If you look up “coach” in the dictionary you’ll see numerous definitions. But under the “Train or instruct (a team or player)” definition three bullets appear:
• give (someone) extra or private teaching,
• teach (a subject or sport) as a coach, and
• prompt or urge (someone) with instructions.
If you think back to a team sport that you or your child played, think about the coach. What stands out about a good coach or a bad coach? I know my children learned when they had to practice something. Over and over. Some kids took to throwing a ball really well, a natural talent. Some kids had to practice hours and hours and weeks upon weeks to get to it well. The natural athletes aside, it’s those kids – US – that are the majority.
Most dieters aren’t good at it. It’s rare when a person just says to themselves “I need to lose weight. Oh, I pick XYZ plan and I will follow it. Oh yay me, I lost weight. And oh yeah, yay me AGAIN because I’ve kept it off for a lifetime. Goodbye.” No. Most of us have been through this circus before. They have lost – successfully – and then gained it back. They’ve tried again. And again. They tried something new. They read studies. They learn. And if you asked 100 people who need to lose weight how to do it – they all know. They might tell you that they have to eat less, move more, have more fruits and veggies – or they might spout off some food plan that worked for them in the past.
But in my opinion – and this is just my opinion – successful weight loss and maintenance has very little to do with a food plan and almost everything to do with a behavior plan. Enter coaching.
Back in the fall I trained and earned a Personal Coaching certification from Weight Watchers. Starting in December I started coaching members – both on the computer and on the phone. So Weight Watchers made me a Coach. An official one.
What does that mean? Well, according to our definition, paying members get to connect with a person (me) to discuss all aspects and challenges of their weight loss journey and I give them private counsel, I teach them about Weight Watchers and I prompt or urge them to create a plan for their life that will help them achieve their goals.
What is it about having a person to answer to (other than yourself, because we all know how we constantly let ourselves down) that is magic? What is it about accountability to a plan or to a person that works? I don’t come up with any of the action plans for my members. They do. They know what will work for them, in their life. They know they HAVE to make changes. They come up with the changes. I document, encourage, listen. I might hear something in their struggles and turn it in to a positive, learning experience making them realize they did NOT fail, they LEARNED and in the process they figure out yet another small change to make in their world. They have support – they always have support. They struggle and can tell me. We’ll adjust. They succeed and they’ll tell me. We’ll repeat. Support. There is magic in getting the support we all need.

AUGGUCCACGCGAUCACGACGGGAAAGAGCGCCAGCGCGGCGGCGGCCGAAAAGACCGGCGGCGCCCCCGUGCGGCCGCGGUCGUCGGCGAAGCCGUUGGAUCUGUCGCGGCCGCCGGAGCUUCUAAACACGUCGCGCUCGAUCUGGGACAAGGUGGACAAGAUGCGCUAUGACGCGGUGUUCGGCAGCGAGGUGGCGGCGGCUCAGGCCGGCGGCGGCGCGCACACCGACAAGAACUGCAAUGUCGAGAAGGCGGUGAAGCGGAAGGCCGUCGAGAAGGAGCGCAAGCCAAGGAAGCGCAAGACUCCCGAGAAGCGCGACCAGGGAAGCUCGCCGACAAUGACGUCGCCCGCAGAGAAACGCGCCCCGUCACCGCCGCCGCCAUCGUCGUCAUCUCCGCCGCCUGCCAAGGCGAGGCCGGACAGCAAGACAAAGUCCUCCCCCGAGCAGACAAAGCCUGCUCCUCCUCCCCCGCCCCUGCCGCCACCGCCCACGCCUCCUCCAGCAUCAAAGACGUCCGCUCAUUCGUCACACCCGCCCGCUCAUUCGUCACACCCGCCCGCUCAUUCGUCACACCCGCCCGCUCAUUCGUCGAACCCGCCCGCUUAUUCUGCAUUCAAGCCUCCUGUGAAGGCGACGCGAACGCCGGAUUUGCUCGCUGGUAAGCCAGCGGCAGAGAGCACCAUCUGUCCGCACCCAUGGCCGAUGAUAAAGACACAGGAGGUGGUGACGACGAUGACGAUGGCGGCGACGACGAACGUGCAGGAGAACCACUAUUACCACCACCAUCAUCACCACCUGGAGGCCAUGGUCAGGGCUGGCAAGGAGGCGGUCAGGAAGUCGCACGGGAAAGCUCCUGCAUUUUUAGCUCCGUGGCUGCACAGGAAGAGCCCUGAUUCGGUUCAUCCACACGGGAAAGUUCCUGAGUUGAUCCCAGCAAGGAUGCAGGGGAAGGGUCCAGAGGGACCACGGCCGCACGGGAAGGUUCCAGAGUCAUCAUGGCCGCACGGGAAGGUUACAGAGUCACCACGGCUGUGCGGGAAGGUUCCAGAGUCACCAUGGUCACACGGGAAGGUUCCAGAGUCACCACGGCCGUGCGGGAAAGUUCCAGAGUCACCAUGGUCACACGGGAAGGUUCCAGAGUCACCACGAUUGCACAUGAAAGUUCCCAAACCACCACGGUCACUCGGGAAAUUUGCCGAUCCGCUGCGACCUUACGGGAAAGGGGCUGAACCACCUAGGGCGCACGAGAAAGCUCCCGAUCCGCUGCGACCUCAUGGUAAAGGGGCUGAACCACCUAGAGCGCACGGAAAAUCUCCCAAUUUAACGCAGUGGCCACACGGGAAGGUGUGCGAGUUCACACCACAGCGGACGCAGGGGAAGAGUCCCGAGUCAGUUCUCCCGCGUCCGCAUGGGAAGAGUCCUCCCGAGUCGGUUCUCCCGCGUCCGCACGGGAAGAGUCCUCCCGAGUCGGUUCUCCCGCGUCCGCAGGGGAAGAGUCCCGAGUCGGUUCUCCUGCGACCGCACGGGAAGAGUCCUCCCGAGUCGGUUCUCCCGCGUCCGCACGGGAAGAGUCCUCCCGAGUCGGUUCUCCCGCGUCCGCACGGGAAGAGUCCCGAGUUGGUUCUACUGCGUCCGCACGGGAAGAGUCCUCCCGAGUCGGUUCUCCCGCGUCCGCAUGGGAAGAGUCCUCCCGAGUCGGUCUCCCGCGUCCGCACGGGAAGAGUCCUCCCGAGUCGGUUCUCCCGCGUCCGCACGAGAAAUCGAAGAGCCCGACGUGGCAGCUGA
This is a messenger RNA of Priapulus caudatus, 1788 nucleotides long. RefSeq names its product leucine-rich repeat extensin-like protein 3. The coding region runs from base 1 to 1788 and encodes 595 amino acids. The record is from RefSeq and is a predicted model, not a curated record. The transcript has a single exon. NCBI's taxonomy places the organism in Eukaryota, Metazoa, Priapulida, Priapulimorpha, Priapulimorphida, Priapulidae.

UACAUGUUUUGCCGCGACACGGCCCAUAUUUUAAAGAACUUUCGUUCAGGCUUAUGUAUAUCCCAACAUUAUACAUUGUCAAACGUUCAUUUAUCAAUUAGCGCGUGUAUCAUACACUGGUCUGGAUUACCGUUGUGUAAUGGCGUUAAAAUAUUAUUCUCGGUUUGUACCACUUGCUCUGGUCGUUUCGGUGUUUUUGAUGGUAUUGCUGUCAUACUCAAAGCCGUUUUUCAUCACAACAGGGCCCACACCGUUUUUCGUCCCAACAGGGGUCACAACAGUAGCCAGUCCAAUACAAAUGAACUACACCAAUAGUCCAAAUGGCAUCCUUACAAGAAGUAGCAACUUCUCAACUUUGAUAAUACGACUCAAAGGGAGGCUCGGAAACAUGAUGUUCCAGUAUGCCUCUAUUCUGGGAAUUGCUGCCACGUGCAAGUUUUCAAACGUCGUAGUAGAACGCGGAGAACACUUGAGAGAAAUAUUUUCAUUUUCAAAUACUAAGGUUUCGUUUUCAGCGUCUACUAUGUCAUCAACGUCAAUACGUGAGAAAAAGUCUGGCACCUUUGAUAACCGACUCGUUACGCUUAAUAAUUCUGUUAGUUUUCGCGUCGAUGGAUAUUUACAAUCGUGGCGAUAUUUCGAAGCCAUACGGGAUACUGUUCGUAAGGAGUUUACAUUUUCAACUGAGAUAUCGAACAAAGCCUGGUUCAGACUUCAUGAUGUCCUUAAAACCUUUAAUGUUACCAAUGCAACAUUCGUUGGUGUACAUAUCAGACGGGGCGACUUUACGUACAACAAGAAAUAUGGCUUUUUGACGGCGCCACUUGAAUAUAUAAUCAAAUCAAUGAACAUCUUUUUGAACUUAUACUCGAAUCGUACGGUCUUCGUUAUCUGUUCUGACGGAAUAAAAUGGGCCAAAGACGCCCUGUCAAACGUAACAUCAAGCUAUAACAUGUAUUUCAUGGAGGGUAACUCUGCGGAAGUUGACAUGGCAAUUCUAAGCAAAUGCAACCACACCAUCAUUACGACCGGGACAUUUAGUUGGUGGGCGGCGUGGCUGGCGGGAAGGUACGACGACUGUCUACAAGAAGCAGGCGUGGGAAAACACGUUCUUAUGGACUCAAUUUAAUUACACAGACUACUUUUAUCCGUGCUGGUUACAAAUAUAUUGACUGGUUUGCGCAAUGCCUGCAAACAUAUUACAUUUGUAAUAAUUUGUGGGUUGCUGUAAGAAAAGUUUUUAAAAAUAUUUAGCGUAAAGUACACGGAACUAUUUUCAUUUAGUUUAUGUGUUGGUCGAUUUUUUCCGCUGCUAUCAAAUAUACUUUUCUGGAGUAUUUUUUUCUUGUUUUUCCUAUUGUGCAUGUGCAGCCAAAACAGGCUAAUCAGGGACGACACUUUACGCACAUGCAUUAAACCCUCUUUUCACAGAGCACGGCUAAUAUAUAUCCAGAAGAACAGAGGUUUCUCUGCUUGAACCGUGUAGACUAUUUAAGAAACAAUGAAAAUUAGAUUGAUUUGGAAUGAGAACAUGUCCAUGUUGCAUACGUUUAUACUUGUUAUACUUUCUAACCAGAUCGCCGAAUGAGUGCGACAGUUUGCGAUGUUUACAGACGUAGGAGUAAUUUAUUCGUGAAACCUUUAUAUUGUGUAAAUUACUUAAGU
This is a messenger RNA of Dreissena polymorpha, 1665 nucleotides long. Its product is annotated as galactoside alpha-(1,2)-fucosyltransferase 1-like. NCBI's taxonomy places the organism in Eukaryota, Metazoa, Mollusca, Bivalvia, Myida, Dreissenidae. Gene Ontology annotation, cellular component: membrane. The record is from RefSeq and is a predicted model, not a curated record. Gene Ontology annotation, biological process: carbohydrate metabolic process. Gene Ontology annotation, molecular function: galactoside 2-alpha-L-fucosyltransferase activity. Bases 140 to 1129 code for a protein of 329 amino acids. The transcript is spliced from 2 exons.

And although the above paragraphs might serve as a free commercial for Weight Watchers Personal Coaching, I have another intent for this blog post. Coaching is all about the power of support, the encouragement. The helping people help themselves. It’s about listening to the changes of those around us and instead of telling them they’re not doing enough, they need to hear encouragement. We have enough critics, we need more coaches. Encourage someone today. Tell them that the changes they’re making, no matter how small, are noticed and important.
Why aren’t we all coaches? I’m a friend. I’m a woman. I’m a wife. I’m a mom. I’m a sister. I’m a daughter. I’m a citizen. That means I was already a coach.
We are all coaches – or should be, anyway.